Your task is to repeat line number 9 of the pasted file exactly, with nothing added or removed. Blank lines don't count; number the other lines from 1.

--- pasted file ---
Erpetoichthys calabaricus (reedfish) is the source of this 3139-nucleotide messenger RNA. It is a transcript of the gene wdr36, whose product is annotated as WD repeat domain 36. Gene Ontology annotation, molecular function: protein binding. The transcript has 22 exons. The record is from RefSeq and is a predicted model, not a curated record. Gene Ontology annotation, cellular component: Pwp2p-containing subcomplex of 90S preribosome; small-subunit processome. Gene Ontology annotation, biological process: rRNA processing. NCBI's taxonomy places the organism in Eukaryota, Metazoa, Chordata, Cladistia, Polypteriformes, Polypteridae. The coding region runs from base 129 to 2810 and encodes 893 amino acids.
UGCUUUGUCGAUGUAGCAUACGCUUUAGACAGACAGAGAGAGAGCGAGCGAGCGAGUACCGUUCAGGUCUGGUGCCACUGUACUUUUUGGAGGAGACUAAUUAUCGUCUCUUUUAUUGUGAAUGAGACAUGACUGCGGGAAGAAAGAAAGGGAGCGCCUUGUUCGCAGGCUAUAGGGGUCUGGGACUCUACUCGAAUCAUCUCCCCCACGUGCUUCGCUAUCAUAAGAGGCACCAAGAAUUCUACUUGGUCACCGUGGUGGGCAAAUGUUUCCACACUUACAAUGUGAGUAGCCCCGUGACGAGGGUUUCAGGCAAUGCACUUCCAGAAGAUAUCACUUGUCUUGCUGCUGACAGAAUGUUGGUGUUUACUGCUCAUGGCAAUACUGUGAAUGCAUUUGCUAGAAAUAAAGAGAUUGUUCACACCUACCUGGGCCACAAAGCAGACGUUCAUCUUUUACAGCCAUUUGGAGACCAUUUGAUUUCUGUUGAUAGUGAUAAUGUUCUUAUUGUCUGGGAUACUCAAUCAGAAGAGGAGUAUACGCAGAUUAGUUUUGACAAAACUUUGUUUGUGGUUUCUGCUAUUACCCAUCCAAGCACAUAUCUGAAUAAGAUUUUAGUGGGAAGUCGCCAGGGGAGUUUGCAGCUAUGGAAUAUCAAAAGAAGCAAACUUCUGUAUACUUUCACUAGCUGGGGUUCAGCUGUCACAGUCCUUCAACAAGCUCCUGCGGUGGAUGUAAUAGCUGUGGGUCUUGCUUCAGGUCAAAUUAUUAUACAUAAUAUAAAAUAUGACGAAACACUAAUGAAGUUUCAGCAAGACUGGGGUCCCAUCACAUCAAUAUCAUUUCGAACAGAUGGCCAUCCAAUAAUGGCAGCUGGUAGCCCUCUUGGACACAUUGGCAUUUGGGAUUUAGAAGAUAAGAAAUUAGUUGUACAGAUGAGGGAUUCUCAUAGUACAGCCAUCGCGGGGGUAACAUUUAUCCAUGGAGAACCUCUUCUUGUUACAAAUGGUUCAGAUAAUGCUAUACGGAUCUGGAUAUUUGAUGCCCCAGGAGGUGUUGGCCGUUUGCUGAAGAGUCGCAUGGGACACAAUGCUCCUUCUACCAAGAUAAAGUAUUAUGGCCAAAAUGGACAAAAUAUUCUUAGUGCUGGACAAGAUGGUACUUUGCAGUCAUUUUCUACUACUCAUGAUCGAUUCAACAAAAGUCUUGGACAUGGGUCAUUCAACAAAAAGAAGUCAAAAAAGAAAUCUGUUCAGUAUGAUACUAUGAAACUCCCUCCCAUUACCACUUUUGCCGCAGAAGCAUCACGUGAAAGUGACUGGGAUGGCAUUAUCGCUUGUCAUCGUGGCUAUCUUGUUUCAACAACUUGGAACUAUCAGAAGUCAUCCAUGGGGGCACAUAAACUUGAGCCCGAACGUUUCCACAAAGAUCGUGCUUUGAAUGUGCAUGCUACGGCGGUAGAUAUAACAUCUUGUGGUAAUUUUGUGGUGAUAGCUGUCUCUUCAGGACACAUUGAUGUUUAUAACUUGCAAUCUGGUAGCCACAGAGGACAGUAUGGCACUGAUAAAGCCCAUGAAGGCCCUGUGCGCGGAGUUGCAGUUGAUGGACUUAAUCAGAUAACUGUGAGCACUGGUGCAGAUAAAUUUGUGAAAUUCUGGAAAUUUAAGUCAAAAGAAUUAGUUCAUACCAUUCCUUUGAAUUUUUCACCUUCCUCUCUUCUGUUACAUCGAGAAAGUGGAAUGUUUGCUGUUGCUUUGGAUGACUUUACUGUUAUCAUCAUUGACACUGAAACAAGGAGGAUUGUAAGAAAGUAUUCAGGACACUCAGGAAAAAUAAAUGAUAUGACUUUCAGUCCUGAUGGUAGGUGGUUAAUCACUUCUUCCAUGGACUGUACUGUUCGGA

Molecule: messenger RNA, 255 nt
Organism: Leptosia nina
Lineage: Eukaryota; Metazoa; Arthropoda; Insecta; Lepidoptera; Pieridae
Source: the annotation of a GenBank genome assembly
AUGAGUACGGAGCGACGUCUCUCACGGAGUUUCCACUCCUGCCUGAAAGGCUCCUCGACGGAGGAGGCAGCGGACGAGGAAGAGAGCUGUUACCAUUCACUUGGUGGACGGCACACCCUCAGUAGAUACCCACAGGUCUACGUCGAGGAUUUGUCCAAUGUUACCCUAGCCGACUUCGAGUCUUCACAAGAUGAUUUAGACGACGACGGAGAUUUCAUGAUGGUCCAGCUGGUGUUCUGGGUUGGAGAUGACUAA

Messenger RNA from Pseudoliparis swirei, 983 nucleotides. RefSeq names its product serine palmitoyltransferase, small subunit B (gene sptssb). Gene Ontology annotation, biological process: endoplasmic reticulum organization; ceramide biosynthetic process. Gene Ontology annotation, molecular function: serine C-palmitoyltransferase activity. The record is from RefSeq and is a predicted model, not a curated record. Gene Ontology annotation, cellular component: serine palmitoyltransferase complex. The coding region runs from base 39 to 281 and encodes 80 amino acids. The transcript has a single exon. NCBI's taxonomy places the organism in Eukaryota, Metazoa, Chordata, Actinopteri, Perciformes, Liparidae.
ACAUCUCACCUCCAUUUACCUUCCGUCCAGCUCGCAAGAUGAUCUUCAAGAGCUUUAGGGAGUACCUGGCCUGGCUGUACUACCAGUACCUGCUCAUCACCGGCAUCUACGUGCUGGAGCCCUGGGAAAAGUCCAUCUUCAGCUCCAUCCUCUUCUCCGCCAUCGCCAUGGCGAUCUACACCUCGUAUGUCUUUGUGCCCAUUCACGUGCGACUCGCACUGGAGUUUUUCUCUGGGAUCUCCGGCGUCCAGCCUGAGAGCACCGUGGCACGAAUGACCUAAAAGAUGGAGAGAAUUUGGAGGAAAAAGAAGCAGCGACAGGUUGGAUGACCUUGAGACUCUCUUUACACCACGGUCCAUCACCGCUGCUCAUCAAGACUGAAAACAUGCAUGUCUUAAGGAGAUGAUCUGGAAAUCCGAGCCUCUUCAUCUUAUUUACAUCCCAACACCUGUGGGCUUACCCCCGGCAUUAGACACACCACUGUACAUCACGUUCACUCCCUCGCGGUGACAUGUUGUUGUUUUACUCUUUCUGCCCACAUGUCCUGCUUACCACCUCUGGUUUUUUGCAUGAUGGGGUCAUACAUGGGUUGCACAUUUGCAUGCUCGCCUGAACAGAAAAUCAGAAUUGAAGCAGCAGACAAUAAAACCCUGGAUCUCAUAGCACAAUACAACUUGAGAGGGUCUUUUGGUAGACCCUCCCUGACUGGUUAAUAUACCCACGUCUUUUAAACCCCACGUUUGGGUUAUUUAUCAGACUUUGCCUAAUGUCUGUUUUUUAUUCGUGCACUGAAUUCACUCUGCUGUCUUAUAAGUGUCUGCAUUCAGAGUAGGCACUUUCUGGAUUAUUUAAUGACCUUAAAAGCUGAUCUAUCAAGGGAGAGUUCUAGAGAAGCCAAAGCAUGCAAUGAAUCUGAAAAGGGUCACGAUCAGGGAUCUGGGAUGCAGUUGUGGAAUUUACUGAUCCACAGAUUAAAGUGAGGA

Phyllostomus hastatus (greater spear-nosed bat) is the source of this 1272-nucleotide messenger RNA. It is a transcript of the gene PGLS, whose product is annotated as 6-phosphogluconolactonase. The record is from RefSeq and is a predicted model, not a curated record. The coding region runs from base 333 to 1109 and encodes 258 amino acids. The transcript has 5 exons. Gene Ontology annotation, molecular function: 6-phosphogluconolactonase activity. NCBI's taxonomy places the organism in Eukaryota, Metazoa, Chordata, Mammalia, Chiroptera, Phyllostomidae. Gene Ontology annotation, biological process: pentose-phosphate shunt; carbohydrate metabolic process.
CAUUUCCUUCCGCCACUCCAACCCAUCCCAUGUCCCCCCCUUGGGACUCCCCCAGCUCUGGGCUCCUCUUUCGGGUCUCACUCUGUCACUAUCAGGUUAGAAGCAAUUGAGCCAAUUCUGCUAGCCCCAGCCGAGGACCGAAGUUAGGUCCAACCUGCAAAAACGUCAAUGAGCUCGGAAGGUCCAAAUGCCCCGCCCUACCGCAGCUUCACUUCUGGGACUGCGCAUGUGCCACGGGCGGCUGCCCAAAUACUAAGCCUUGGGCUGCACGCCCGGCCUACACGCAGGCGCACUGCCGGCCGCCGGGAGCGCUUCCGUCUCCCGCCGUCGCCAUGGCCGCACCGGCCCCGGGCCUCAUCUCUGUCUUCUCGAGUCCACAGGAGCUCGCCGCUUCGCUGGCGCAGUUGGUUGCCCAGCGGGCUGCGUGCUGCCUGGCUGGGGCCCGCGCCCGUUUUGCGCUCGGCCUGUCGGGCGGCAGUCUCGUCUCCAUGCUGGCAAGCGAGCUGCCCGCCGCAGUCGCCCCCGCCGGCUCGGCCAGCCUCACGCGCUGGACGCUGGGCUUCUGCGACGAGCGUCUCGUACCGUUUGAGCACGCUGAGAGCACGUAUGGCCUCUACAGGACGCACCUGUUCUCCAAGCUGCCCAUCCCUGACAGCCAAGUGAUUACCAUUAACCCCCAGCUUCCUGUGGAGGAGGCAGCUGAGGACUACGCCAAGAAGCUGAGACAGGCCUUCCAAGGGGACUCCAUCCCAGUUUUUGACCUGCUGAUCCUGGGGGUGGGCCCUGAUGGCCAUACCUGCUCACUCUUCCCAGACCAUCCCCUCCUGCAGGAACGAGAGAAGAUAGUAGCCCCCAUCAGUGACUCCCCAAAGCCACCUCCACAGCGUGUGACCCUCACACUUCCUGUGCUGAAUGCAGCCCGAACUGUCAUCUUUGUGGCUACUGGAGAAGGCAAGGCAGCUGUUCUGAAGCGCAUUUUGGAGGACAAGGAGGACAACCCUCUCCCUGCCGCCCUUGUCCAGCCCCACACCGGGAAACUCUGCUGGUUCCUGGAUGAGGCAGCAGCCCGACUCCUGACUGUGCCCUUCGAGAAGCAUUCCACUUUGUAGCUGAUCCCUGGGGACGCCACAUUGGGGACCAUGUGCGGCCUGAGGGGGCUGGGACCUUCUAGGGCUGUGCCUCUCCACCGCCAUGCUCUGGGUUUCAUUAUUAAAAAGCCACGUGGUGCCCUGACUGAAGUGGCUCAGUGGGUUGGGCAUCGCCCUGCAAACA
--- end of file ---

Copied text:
ACAUCUCACCUCCAUUUACCUUCCGUCCAGCUCGCAAGAUGAUCUUCAAGAGCUUUAGGGAGUACCUGGCCUGGCUGUACUACCAGUACCUGCUCAUCACCGGCAUCUACGUGCUGGAGCCCUGGGAAAAGUCCAUCUUCAGCUCCAUCCUCUUCUCCGCCAUCGCCAUGGCGAUCUACACCUCGUAUGUCUUUGUGCCCAUUCACGUGCGACUCGCACUGGAGUUUUUCUCUGGGAUCUCCGGCGUCCAGCCUGAGAGCACCGUGGCACGAAUGACCUAAAAGAUGGAGAGAAUUUGGAGGAAAAAGAAGCAGCGACAGGUUGGAUGACCUUGAGACUCUCUUUACACCACGGUCCAUCACCGCUGCUCAUCAAGACUGAAAACAUGCAUGUCUUAAGGAGAUGAUCUGGAAAUCCGAGCCUCUUCAUCUUAUUUACAUCCCAACACCUGUGGGCUUACCCCCGGCAUUAGACACACCACUGUACAUCACGUUCACUCCCUCGCGGUGACAUGUUGUUGUUUUACUCUUUCUGCCCACAUGUCCUGCUUACCACCUCUGGUUUUUUGCAUGAUGGGGUCAUACAUGGGUUGCACAUUUGCAUGCUCGCCUGAACAGAAAAUCAGAAUUGAAGCAGCAGACAAUAAAACCCUGGAUCUCAUAGCACAAUACAACUUGAGAGGGUCUUUUGGUAGACCCUCCCUGACUGGUUAAUAUACCCACGUCUUUUAAACCCCACGUUUGGGUUAUUUAUCAGACUUUGCCUAAUGUCUGUUUUUUAUUCGUGCACUGAAUUCACUCUGCUGUCUUAUAAGUGUCUGCAUUCAGAGUAGGCACUUUCUGGAUUAUUUAAUGACCUUAAAAGCUGAUCUAUCAAGGGAGAGUUCUAGAGAAGCCAAAGCAUGCAAUGAAUCUGAAAAGGGUCACGAUCAGGGAUCUGGGAUGCAGUUGUGGAAUUUACUGAUCCACAGAUUAAAGUGAGGA